SINGAPORE—About 15 kilometers northeast of the iconic Merlion Plaza, within Safra Punggol, a five-story lifestyle hub nestled in verdant surroundings and the sound of whistling wind and bustling leaves, a robot would like to know your preferred pizza.
“Pepper,” as its manufacturer SoftBank Robotics named the humanoid in certain markets, stands 4 feet tall with big, glowing eyes, a small smile and a tablet on its chest, an android purported to “identify” human emotions. On that windy high noon, however, its task was to identify the cravings of Pizza Hut guests inside that quaint branch.
The whole setup was the first of a five-day test run to see how a humanoid robot can serve as a fast-food waiter, from taking orders to processing payment transactions.
Pepper came out from the staff door to assist its first-ever customer, Tobias Puehse, Asia Pacific vice president of Innovation Management and Digital Payment and Labs of Mastercard, the company behind the initiative, together with Pepper’s Tokyo-based manufacturers and the American restaurant chain.
“To place your order, please let me know what you would like to have,” Pepper said, moving its arms and fingers as an articulating human would.
Puehse replied, “Pizza.” Pepper asked which one. Puehse said, “Pepperoni.”
“Wow, nice one,” Pepper retorted, proceeding to ask if the customer would like to add sides, or anything else.
If the scene seemed to be straight out of the future, well, that’s the point. “We are not waiting for the future to happen,” Puehse said at the start of that exclusive demo/global launch. “We are making it happen today.”
Back at the Marina Bay Sands Convention Center here, at the recent inaugural Asian edition of Money20/20, the world’s leading payments and financial-services event, Mastercard Asia Pacific Copresident Ari Sarker said that they don’t see themselves as just a cards company.
Pilot tests of cutting-edge undertakings, such as introducing a robot waiter, are par for the course for the leading global payments and technology company, which constantly pushes for technological innovations aimed to simplify life, according to Puehse.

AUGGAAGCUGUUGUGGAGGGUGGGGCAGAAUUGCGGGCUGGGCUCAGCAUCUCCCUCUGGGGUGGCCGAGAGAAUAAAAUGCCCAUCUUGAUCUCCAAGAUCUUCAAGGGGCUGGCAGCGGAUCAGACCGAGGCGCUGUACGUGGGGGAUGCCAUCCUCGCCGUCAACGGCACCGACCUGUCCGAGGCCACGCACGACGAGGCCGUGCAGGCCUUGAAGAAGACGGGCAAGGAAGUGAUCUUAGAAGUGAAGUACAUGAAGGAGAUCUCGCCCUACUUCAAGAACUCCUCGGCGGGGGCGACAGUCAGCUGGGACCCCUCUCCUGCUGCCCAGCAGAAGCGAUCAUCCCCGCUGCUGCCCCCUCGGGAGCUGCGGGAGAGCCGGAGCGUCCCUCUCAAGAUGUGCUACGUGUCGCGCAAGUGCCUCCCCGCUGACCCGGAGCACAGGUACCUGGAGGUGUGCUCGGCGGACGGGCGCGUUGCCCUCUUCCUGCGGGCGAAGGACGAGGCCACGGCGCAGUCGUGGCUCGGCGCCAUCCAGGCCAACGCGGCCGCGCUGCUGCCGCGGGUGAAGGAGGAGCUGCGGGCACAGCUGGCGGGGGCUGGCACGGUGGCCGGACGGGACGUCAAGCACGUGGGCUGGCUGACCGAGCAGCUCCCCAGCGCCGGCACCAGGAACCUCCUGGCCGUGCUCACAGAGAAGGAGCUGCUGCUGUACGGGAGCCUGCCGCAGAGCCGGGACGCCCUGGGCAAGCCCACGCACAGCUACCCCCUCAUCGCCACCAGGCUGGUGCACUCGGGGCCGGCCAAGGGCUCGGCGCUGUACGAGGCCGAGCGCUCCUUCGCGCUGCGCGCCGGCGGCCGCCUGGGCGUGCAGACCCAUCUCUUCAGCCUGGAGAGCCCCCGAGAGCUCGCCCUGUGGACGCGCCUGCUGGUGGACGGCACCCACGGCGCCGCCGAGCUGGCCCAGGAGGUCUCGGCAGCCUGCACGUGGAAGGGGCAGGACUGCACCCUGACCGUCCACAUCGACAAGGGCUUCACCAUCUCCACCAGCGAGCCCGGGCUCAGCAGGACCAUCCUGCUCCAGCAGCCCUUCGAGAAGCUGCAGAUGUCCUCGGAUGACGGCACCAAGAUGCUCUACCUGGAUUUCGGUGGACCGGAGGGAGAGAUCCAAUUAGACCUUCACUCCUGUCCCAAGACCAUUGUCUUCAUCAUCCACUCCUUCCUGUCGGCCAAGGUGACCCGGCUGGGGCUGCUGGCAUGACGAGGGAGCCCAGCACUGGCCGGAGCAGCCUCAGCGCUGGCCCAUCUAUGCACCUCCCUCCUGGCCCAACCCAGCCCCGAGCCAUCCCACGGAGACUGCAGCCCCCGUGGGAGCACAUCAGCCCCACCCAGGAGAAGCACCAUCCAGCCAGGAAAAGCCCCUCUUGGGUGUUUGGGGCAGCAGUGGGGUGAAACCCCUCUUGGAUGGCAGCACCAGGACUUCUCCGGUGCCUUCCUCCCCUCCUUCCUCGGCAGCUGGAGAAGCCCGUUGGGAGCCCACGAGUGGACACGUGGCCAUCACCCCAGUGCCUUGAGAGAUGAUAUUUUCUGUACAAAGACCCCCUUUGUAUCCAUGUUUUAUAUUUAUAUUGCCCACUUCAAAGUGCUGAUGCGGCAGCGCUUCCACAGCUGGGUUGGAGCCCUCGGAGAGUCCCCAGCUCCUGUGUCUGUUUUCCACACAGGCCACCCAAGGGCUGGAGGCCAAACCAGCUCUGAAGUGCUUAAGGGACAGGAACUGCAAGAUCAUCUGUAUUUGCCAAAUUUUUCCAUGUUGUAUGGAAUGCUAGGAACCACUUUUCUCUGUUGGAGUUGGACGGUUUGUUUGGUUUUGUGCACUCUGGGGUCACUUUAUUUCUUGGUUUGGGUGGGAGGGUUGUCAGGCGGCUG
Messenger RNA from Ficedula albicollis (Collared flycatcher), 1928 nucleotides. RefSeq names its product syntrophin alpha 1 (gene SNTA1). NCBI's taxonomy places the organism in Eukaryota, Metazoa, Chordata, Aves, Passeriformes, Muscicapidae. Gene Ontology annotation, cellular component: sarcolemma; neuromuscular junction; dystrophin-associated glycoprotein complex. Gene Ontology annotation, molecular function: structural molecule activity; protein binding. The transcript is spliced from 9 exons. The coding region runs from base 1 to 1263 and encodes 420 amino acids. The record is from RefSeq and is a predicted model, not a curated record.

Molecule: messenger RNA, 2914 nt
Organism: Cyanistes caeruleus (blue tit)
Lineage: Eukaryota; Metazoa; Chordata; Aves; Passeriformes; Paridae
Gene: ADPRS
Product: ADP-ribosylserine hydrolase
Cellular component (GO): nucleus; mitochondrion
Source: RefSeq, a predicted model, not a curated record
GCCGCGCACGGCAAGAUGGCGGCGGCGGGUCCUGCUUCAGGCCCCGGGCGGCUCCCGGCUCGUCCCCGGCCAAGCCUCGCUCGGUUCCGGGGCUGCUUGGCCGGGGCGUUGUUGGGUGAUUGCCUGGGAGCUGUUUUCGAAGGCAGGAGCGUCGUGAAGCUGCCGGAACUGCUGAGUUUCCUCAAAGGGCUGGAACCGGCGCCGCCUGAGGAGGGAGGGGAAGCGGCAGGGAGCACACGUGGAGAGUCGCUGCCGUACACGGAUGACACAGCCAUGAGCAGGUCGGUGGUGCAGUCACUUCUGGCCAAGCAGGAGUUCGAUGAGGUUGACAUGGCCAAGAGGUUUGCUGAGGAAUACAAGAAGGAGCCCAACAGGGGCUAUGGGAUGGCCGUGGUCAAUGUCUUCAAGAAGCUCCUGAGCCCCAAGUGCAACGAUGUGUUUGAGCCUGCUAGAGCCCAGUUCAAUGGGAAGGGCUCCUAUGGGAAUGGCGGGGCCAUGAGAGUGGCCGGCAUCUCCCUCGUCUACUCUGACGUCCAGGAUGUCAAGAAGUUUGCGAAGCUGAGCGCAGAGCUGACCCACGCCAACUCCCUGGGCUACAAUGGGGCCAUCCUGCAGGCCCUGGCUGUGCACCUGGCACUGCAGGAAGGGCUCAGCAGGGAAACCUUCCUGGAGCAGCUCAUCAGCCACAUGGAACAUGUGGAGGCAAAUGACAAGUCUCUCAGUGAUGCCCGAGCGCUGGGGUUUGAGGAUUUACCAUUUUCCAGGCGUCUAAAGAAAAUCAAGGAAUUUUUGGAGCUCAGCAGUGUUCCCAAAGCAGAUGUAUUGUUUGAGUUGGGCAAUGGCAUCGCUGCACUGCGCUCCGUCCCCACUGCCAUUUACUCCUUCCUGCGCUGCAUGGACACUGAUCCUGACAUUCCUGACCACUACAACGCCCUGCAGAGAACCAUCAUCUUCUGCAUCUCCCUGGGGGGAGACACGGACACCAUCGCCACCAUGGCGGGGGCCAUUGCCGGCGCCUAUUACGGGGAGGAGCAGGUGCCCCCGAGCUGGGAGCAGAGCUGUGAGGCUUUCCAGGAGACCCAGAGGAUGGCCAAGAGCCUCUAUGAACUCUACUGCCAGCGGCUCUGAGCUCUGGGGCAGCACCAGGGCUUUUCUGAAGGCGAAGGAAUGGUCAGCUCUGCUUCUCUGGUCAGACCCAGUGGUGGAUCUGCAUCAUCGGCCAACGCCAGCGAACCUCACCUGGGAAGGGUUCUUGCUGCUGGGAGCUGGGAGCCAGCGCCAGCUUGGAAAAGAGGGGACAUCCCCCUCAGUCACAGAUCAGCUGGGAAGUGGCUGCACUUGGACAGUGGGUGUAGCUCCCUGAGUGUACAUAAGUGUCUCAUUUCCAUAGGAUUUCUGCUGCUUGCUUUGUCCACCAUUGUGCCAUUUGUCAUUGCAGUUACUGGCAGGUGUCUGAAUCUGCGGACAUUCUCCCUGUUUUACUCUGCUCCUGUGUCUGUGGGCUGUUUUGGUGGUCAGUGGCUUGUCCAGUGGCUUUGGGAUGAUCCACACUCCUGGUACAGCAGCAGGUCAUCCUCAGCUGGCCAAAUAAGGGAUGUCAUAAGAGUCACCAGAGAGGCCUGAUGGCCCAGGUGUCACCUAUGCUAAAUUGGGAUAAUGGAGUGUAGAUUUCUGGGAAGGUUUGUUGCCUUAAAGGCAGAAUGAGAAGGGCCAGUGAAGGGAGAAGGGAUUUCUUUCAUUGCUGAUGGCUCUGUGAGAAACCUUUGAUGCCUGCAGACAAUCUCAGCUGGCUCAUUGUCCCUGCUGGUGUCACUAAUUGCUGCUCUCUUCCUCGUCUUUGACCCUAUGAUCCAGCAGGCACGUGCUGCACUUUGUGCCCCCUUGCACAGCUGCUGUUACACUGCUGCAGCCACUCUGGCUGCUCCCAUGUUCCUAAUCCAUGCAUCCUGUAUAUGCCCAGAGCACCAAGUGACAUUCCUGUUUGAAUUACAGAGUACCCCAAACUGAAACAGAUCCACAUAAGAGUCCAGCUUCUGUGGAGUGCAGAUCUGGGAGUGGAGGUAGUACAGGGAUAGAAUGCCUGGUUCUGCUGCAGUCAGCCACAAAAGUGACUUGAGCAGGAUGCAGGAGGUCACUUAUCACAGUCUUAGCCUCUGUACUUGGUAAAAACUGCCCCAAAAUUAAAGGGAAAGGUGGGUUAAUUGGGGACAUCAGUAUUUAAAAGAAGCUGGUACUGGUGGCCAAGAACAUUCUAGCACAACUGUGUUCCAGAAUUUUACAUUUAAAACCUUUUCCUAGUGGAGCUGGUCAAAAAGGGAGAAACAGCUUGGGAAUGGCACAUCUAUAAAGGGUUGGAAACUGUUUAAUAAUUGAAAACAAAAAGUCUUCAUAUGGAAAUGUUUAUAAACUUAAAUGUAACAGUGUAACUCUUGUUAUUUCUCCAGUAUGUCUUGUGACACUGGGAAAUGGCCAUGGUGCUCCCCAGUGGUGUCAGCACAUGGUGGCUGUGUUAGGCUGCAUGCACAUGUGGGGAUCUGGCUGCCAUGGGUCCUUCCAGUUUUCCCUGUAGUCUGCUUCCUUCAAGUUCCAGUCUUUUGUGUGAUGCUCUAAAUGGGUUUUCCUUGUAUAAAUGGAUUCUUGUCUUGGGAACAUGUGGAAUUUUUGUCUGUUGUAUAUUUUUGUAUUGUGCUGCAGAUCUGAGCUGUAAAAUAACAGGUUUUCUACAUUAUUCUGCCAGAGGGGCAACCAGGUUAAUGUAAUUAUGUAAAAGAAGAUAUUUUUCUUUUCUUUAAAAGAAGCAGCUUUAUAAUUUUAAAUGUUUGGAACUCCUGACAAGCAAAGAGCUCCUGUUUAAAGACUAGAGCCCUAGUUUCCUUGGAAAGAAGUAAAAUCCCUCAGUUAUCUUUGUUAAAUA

He said the idea for the humanoid robot cashier, powered by Mastercard’s Connected Device API, was not to replace human labor but, rather, create consumer awareness regarding fast, simple and secure digital payments.
The Mastercard executive ended the demo with Pepper by paying with Masterpass, Mastercard’s digital-wallet service. The cashless transaction required no payment instrument or customer credentials—just a QR code scan—minimizing the risk of compromising sensitive information.
Through such efforts, Puehse said they want to make sure that cash is not in the mind of the consumer as much, and that they find more value in engaging digitally.
“If we just translate a physical payment into a digital payment without adding some differentiating capability, or some service to a consumer in terms of security, personalization or loyalty, I don’t think we’ve done our job,” he said. “We’re also here to help augment the payment experience above and beyond what you are familiar with today, and this is just one of the experiments we have to make that happen.”
Vital in achieving that goal is having the partners that share the same vision of technology, hence the partnership with Pizza Hut and SoftBank Robotics on this particular project. Puehse said that, as a payments-technology company, Mastercard wants to demonstrate that it’s open for business and open for cocreation with its partners.